As noted by example Norma Angelica Aguilar Avila, a medical intern, from the National Polytechnic Institute (IPN) was murdered in December 2008 in the community of Huascuato, Jalisco, by a parent who’s child was refused by the hospital emergency.

Given the failures of the authorities, some medical schools have taken steps to protect its graduates: in 2011, Tamaulipas announced their decision not to send interns to rural communities and in October the Instituto Politecnico Nacional (IPN) suspended Social highland municipalities of San Luis Potosi.

Personal vulnerabilities

The vulnerability of the medical staff was evident in October 2010, after an armed group entered the General Hospital of Mazatlan and shot to death a young man.

According to a national and local review by Media Reform; from 2010 to the present, armed commandos have stormed in at least 18 hospitals in Michoacán, Jalisco, Guerrero, Coahuila, Morelos, Chihuahua, Sinaloa, Durango, Monterrey and Zacatecas, most of the time to finish off wounded patients that had just arrived at the hospitals.

In recent months, doctors and students have staged demonstrations in Nuevo Leon, Nayarit, Sonora and Chihuahua to demand greater security.

The protests intensified after that. On October 15, a medical intern in Tecuala, Nayarit, a young woman nurse who was a trainee, was raped and beaten by a group of men when she was left alone in a medical center. Currently the girl is in a coma at a local hospital.

An official, Sara Cortes said “In the case of the young woman who was sexually assaulted in Nayarit, her family reached an agreement with the state government to provide security to the trainees who are not in safe areas. What we are asking is for this to be extended to the whole country and that all trainees, including men and women, are given security to protect them in high risk areas.” she said.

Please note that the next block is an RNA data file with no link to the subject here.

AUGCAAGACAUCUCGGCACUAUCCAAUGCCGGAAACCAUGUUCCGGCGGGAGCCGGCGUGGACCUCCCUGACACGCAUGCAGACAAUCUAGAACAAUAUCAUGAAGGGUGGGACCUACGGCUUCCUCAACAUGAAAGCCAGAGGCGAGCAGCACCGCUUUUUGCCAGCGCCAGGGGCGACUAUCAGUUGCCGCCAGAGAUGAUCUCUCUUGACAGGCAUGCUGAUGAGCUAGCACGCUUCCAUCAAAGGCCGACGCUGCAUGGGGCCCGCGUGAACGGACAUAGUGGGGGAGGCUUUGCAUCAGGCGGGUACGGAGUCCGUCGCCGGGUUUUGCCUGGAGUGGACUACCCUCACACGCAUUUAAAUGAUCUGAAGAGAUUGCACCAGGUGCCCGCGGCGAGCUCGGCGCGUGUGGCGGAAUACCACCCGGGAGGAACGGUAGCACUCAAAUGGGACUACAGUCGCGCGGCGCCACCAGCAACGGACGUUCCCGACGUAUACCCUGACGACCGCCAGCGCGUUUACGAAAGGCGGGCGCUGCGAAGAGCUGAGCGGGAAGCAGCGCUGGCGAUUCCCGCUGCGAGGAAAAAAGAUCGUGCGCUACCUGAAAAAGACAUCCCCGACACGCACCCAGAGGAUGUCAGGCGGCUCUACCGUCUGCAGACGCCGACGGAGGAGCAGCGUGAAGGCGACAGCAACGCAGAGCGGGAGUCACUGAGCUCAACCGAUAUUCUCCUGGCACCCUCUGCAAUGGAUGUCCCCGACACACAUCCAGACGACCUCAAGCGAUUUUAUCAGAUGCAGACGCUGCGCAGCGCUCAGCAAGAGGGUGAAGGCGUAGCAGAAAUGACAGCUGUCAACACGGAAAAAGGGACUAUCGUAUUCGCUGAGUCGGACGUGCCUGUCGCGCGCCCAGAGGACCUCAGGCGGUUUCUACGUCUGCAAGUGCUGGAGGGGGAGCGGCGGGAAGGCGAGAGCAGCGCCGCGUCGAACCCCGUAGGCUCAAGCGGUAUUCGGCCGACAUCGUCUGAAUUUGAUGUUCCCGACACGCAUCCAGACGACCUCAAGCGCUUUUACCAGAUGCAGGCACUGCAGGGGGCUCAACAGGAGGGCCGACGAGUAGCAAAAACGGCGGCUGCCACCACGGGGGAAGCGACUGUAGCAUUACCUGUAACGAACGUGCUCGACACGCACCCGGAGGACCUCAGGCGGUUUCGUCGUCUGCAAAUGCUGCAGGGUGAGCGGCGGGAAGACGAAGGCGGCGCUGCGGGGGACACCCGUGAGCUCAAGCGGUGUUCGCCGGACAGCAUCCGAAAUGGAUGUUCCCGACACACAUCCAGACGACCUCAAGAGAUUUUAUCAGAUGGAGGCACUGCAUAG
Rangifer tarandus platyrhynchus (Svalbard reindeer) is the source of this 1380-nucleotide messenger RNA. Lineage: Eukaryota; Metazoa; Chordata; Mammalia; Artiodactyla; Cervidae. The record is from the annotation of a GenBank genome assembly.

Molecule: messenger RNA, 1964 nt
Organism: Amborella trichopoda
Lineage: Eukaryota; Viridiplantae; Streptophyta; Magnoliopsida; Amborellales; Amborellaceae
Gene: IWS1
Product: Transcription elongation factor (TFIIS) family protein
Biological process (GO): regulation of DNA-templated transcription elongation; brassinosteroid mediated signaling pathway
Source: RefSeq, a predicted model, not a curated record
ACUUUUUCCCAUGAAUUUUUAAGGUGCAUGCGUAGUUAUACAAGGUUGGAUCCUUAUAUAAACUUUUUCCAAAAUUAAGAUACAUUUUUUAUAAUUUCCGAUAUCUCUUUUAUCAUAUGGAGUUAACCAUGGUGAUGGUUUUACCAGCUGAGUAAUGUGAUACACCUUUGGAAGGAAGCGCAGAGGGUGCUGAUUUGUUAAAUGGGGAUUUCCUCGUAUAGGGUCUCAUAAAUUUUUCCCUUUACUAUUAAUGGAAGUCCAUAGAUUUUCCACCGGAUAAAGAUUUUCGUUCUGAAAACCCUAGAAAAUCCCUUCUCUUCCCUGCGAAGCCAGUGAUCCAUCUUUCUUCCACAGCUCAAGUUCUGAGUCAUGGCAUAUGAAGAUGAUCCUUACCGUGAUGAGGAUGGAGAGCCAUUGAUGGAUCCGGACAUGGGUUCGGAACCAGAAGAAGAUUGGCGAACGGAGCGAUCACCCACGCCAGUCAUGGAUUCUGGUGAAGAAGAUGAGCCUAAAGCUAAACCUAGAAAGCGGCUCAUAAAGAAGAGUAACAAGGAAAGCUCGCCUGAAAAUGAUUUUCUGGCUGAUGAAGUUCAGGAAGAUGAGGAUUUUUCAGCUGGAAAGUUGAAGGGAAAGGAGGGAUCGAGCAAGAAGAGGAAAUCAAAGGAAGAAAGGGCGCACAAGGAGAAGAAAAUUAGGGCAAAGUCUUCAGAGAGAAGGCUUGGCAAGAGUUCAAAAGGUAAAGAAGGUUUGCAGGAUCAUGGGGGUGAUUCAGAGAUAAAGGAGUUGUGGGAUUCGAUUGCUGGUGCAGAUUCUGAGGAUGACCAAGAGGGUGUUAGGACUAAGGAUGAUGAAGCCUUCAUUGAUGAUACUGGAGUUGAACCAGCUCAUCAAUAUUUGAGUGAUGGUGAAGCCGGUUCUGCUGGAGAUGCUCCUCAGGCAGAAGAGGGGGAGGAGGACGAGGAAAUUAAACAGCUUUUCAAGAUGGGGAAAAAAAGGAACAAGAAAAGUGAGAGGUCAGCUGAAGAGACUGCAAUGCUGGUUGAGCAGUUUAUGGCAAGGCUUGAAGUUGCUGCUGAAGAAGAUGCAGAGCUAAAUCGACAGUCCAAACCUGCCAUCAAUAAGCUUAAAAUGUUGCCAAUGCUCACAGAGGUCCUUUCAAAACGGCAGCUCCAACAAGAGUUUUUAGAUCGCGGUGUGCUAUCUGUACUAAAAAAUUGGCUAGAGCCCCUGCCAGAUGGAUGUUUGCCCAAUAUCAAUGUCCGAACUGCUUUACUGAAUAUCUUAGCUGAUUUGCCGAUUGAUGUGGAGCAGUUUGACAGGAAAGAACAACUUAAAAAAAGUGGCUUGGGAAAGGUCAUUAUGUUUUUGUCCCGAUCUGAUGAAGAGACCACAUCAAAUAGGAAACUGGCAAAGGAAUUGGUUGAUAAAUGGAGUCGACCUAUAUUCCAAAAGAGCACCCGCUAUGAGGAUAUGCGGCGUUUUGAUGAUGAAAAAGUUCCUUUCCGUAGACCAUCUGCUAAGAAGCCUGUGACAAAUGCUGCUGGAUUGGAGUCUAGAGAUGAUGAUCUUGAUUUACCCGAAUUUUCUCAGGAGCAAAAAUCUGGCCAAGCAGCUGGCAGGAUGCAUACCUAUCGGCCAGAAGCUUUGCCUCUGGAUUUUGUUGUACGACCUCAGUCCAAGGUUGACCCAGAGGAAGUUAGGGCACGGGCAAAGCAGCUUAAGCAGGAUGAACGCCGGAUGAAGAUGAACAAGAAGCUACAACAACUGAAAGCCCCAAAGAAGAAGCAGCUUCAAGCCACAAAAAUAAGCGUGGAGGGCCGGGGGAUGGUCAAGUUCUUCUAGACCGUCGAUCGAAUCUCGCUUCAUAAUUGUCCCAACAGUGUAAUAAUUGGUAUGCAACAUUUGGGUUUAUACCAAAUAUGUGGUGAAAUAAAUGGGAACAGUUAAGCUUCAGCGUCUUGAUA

Serving with fear

A study published in 2011 by the Faculty of Medicine of the UNAM, states that 60 percent of 2009-2010 graduates were sent to clinics that did not even have telephone service, 72% reported that the hospitals were not being constantly monitored, 35% reported that they had at least one or more break-ins, 19% were victims of a robbery and kidnapping.

According to the study, 37% of medical interns felt unsafe in the place where they did their social services, and 23% had thought about quitting because they felt that their lives were in danger.

Another study published by the same institution in May, indicated that about 36% of medical interns sent to Durango, Chihuahua, Hidalgo, Oaxaca, San Luis Potosi, Sonora, Tabasco, Veracruz and Zacatecas felt unsafe at the hospitals to which they were assigned to, while 22% had thought about quitting.

Each year, more than 12,000 medical graduates do their social service in different states, which lasts for one year. In return, they receive a scholarship of between $650, $6,000 and $10,000 pesos annually.

According to the health sector, medical interns cover about 50% of the their medical expenses.

Sara Cortes said in an interview that schools and students are aware that social service is a constitutional responsibility. However, demand that the authorities comply with their obligation to provide trainees basic safety measures.

“The country needs to pay more attention and should not ignore us. Finally, we want our interns to fulfill their social services in reasonable conditions of security and that their complaints and requests for support are addressed with the urgency and value that this subject demands.” she said.

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About Robert Farago